What are the quality issues inPATIENT SAFETY and the potential impact of an effort to improve? Medication errors
Medical error: a preventable adverse event or near miss due to the failure of a planned action to be completed as intended or use of a wrong plan to achieve an aim Adverse event: unintended patient harm caused by medical management rather than by a disease process, which results in a prolonged hospital stay, morbidity, or mortality Near miss: an error or mishap that had the potential to cause patient harm, but did not, either by chance or thanks to timely intervention(Cuong Pham,J., Aswani,M.S., Rosen,M., Lee,H.W., H
Systems issues that contribute tomedication errors: Lack of adequate staffing Patient acuity levels Inadequate access to policy and medication information Physical environment – ie lighting, bedside Organisational culture Organisation communication channels Organisational routines Pharmaceutical related issues Incident reporting culture
Personnel issues: Understanding of how errors occur Failure to adhere to policy and procedure documents Number of hours on shift Distractions Lack of knowledge about medications Dosage calculation Workload Care delivery method
The nurses’ role in preventingmedication errorsIn administering any medication, nurses and midwives are required to: Know the relevant legislation relating to medication administration Have adequate knowledge of the medication, its therapeutic purpose, usual dose, frequency and route of administration, specific precautions, contra-indications, side effects and adverse reactions. Nurses and midwives should also be aware of the correct storage requirements for medications. Adhere to required checking policies and procedures developed by agencies. http://www.nursing.health.wa.gov.au/docs/nmo/NMBWA_M edication_Management_Guidelines.pdf
Systems implemented to preventmedication errors : Computerized physician order entry (CPOE) systems and clinical decision support systems (CDSS) Bar-coding systems Medication Reconciliation Standardised ordering and administration Training, education, and organisational interventions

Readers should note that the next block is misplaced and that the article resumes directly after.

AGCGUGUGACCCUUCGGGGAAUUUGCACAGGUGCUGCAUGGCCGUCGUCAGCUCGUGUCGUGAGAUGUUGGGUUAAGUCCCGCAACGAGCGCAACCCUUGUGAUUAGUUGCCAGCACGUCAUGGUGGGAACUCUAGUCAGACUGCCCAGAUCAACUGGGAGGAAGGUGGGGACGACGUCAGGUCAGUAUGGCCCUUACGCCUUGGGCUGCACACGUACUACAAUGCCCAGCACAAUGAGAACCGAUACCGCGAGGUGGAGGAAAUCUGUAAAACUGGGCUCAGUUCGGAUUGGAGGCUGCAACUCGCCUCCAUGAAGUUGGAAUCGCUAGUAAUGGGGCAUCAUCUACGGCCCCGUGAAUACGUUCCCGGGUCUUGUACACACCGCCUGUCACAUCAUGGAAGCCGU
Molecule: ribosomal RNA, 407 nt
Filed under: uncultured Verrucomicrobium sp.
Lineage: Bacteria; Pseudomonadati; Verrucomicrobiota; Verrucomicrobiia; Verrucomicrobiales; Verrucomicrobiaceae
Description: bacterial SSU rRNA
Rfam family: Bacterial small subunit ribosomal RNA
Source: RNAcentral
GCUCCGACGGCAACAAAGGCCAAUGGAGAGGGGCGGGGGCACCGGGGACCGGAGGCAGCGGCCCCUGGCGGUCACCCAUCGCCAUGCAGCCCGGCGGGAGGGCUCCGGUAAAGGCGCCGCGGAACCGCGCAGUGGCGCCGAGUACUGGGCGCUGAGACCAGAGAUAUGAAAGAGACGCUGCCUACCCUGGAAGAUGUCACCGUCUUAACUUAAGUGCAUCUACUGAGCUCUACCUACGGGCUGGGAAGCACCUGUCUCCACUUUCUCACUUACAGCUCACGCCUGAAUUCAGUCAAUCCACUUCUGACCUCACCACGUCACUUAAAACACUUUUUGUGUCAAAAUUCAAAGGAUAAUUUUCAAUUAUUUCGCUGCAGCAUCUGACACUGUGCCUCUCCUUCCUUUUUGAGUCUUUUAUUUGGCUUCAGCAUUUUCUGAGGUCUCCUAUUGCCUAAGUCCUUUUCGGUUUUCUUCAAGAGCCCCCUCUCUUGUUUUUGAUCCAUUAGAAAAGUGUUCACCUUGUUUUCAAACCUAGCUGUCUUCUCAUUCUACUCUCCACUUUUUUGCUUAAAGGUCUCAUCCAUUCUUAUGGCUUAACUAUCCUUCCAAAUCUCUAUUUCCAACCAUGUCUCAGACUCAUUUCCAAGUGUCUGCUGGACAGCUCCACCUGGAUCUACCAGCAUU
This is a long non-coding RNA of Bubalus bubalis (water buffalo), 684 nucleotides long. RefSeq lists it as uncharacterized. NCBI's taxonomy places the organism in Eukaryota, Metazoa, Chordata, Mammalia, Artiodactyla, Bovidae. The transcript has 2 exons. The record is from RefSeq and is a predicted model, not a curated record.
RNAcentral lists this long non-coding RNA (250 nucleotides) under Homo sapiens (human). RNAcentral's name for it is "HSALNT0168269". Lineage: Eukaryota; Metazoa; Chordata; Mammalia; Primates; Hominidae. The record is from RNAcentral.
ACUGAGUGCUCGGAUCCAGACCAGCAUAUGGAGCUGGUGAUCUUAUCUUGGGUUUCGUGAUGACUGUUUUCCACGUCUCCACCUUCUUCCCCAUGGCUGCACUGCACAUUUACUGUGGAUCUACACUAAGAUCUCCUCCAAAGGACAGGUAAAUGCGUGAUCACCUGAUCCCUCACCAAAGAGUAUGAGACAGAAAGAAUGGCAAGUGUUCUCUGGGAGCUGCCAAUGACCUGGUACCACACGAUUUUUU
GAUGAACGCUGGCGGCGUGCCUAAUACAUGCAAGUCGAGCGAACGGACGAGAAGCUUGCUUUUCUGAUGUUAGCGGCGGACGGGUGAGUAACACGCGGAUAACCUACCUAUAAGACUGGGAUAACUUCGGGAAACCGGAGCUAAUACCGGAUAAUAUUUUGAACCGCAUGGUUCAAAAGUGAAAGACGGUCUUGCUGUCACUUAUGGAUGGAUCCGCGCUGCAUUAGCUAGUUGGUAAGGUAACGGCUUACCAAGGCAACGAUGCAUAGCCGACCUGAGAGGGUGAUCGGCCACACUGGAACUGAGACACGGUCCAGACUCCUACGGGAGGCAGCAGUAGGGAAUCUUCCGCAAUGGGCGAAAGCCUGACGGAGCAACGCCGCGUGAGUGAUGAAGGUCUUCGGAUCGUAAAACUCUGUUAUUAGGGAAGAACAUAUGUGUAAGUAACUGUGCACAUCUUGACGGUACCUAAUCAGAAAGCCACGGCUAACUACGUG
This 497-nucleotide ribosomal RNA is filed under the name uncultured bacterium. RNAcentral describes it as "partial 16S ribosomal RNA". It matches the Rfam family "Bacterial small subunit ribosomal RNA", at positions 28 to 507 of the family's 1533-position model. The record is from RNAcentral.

Trigger Tool for Measuring AdverseDrug Events – Institute forHealthcareThe World Health Organization (WHO) Collaborating Centres for International Drug Monitoring defines an adverse drug event (ADE) as: “Noxious and unintended and occurs at doses used in man for prophylaxis, diagnosis, therapy, or modification of physiologic functions.” — WHO Publication DEM/NC/84.153(E), June 1984.
Trigger Tool for Measuring AdverseDrug Events – Institute forHealthcare The Trigger Tool for Measuring Adverse Drug Events provides instructions for conducting a retrospective review of patient records using triggers to identify possible ADEs. This tool includes a list of known ADE triggers and instructions for collecting the data you need to measure the number of ADEs per 1,000 doses and the percentage of admissions with an ADE. The tool provides a process for accurately identifying ADEs and measuring the rate of ADEs over time.
Previous study on use ofComputerised Provider Order Entry(CPOE) system The study reviewed electronic health records for all the inpatients coming to 5 community hospitals for a 6 months duration (July 2010 – December 2010). Responses to 9 alerts/CDSS tools were studied, and these were displayed and prompted on computer screens when providers were putting in medication orders The study found that the CDSS system changed the physician behaviour & patient therapy 42% of the time when medication orders were placed. These alerts substantially decreased the medication error rate/adverse drug events (ADE’s) in the patients receiving care at these 5 hospitals.